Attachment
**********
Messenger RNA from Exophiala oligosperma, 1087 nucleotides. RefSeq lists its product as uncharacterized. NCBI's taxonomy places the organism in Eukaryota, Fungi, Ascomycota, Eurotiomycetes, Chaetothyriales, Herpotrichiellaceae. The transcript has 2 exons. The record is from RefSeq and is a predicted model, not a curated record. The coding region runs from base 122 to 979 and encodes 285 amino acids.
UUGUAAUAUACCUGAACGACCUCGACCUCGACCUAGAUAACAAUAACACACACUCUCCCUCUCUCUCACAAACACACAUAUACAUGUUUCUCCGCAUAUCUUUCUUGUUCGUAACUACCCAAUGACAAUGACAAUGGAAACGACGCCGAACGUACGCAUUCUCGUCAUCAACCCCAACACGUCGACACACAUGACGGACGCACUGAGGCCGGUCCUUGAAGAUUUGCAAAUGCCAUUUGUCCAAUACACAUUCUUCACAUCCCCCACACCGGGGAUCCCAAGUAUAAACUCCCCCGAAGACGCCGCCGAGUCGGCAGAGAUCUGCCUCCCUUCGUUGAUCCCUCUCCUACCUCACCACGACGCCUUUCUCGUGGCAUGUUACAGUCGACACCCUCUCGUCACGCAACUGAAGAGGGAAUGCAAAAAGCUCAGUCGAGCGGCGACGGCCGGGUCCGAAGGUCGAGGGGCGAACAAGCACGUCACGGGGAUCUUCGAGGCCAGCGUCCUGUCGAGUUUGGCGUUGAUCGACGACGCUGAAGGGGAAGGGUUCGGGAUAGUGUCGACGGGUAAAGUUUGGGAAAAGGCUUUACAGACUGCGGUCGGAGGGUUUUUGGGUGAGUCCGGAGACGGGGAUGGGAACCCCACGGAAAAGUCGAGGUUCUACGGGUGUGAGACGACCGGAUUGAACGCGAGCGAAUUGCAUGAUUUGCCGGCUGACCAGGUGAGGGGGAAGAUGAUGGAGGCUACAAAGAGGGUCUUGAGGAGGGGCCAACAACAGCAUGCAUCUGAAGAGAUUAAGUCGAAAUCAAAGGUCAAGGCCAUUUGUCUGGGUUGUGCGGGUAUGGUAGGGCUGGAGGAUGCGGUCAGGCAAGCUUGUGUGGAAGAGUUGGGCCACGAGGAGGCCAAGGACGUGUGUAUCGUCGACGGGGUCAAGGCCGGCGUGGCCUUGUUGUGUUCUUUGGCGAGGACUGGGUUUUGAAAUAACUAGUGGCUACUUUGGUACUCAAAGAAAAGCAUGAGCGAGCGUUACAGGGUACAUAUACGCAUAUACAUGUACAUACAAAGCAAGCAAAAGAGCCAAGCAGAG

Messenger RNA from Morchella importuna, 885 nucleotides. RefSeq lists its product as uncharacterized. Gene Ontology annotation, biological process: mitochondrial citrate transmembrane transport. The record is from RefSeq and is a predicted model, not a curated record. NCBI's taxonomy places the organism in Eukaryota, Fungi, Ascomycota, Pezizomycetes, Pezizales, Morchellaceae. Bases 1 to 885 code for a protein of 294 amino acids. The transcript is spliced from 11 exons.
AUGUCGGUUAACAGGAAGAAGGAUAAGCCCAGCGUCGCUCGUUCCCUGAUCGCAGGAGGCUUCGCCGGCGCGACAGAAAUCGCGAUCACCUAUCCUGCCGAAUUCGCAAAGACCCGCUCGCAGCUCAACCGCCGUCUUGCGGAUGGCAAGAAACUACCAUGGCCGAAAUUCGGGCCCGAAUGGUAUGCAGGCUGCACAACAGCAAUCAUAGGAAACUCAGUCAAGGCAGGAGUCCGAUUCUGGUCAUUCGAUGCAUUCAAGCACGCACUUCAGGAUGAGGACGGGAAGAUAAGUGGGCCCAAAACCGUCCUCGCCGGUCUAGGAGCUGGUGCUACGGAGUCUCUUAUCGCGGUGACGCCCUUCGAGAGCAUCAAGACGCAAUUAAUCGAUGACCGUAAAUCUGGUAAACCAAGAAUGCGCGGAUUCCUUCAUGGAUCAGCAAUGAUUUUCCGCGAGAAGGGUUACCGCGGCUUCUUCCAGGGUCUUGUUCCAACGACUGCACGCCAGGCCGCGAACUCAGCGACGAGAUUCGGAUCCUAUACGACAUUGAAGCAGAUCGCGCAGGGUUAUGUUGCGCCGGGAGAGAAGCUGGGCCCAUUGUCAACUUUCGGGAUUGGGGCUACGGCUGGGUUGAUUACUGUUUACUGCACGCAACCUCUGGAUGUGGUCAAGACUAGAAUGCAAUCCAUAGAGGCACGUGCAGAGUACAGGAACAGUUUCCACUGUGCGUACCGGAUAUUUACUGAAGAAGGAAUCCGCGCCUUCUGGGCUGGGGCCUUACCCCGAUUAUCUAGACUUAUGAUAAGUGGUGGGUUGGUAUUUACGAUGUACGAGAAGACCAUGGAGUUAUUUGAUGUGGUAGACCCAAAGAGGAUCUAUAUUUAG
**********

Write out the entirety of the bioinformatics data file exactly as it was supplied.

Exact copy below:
Messenger RNA from Exophiala oligosperma, 1087 nucleotides. RefSeq lists its product as uncharacterized. NCBI's taxonomy places the organism in Eukaryota, Fungi, Ascomycota, Eurotiomycetes, Chaetothyriales, Herpotrichiellaceae. The transcript has 2 exons. The record is from RefSeq and is a predicted model, not a curated record. The coding region runs from base 122 to 979 and encodes 285 amino acids.
UUGUAAUAUACCUGAACGACCUCGACCUCGACCUAGAUAACAAUAACACACACUCUCCCUCUCUCUCACAAACACACAUAUACAUGUUUCUCCGCAUAUCUUUCUUGUUCGUAACUACCCAAUGACAAUGACAAUGGAAACGACGCCGAACGUACGCAUUCUCGUCAUCAACCCCAACACGUCGACACACAUGACGGACGCACUGAGGCCGGUCCUUGAAGAUUUGCAAAUGCCAUUUGUCCAAUACACAUUCUUCACAUCCCCCACACCGGGGAUCCCAAGUAUAAACUCCCCCGAAGACGCCGCCGAGUCGGCAGAGAUCUGCCUCCCUUCGUUGAUCCCUCUCCUACCUCACCACGACGCCUUUCUCGUGGCAUGUUACAGUCGACACCCUCUCGUCACGCAACUGAAGAGGGAAUGCAAAAAGCUCAGUCGAGCGGCGACGGCCGGGUCCGAAGGUCGAGGGGCGAACAAGCACGUCACGGGGAUCUUCGAGGCCAGCGUCCUGUCGAGUUUGGCGUUGAUCGACGACGCUGAAGGGGAAGGGUUCGGGAUAGUGUCGACGGGUAAAGUUUGGGAAAAGGCUUUACAGACUGCGGUCGGAGGGUUUUUGGGUGAGUCCGGAGACGGGGAUGGGAACCCCACGGAAAAGUCGAGGUUCUACGGGUGUGAGACGACCGGAUUGAACGCGAGCGAAUUGCAUGAUUUGCCGGCUGACCAGGUGAGGGGGAAGAUGAUGGAGGCUACAAAGAGGGUCUUGAGGAGGGGCCAACAACAGCAUGCAUCUGAAGAGAUUAAGUCGAAAUCAAAGGUCAAGGCCAUUUGUCUGGGUUGUGCGGGUAUGGUAGGGCUGGAGGAUGCGGUCAGGCAAGCUUGUGUGGAAGAGUUGGGCCACGAGGAGGCCAAGGACGUGUGUAUCGUCGACGGGGUCAAGGCCGGCGUGGCCUUGUUGUGUUCUUUGGCGAGGACUGGGUUUUGAAAUAACUAGUGGCUACUUUGGUACUCAAAGAAAAGCAUGAGCGAGCGUUACAGGGUACAUAUACGCAUAUACAUGUACAUACAAAGCAAGCAAAAGAGCCAAGCAGAG

Messenger RNA from Morchella importuna, 885 nucleotides. RefSeq lists its product as uncharacterized. Gene Ontology annotation, biological process: mitochondrial citrate transmembrane transport. The record is from RefSeq and is a predicted model, not a curated record. NCBI's taxonomy places the organism in Eukaryota, Fungi, Ascomycota, Pezizomycetes, Pezizales, Morchellaceae. Bases 1 to 885 code for a protein of 294 amino acids. The transcript is spliced from 11 exons.
AUGUCGGUUAACAGGAAGAAGGAUAAGCCCAGCGUCGCUCGUUCCCUGAUCGCAGGAGGCUUCGCCGGCGCGACAGAAAUCGCGAUCACCUAUCCUGCCGAAUUCGCAAAGACCCGCUCGCAGCUCAACCGCCGUCUUGCGGAUGGCAAGAAACUACCAUGGCCGAAAUUCGGGCCCGAAUGGUAUGCAGGCUGCACAACAGCAAUCAUAGGAAACUCAGUCAAGGCAGGAGUCCGAUUCUGGUCAUUCGAUGCAUUCAAGCACGCACUUCAGGAUGAGGACGGGAAGAUAAGUGGGCCCAAAACCGUCCUCGCCGGUCUAGGAGCUGGUGCUACGGAGUCUCUUAUCGCGGUGACGCCCUUCGAGAGCAUCAAGACGCAAUUAAUCGAUGACCGUAAAUCUGGUAAACCAAGAAUGCGCGGAUUCCUUCAUGGAUCAGCAAUGAUUUUCCGCGAGAAGGGUUACCGCGGCUUCUUCCAGGGUCUUGUUCCAACGACUGCACGCCAGGCCGCGAACUCAGCGACGAGAUUCGGAUCCUAUACGACAUUGAAGCAGAUCGCGCAGGGUUAUGUUGCGCCGGGAGAGAAGCUGGGCCCAUUGUCAACUUUCGGGAUUGGGGCUACGGCUGGGUUGAUUACUGUUUACUGCACGCAACCUCUGGAUGUGGUCAAGACUAGAAUGCAAUCCAUAGAGGCACGUGCAGAGUACAGGAACAGUUUCCACUGUGCGUACCGGAUAUUUACUGAAGAAGGAAUCCGCGCCUUCUGGGCUGGGGCCUUACCCCGAUUAUCUAGACUUAUGAUAAGUGGUGGGUUGGUAUUUACGAUGUACGAGAAGACCAUGGAGUUAUUUGAUGUGGUAGACCCAAAGAGGAUCUAUAUUUAG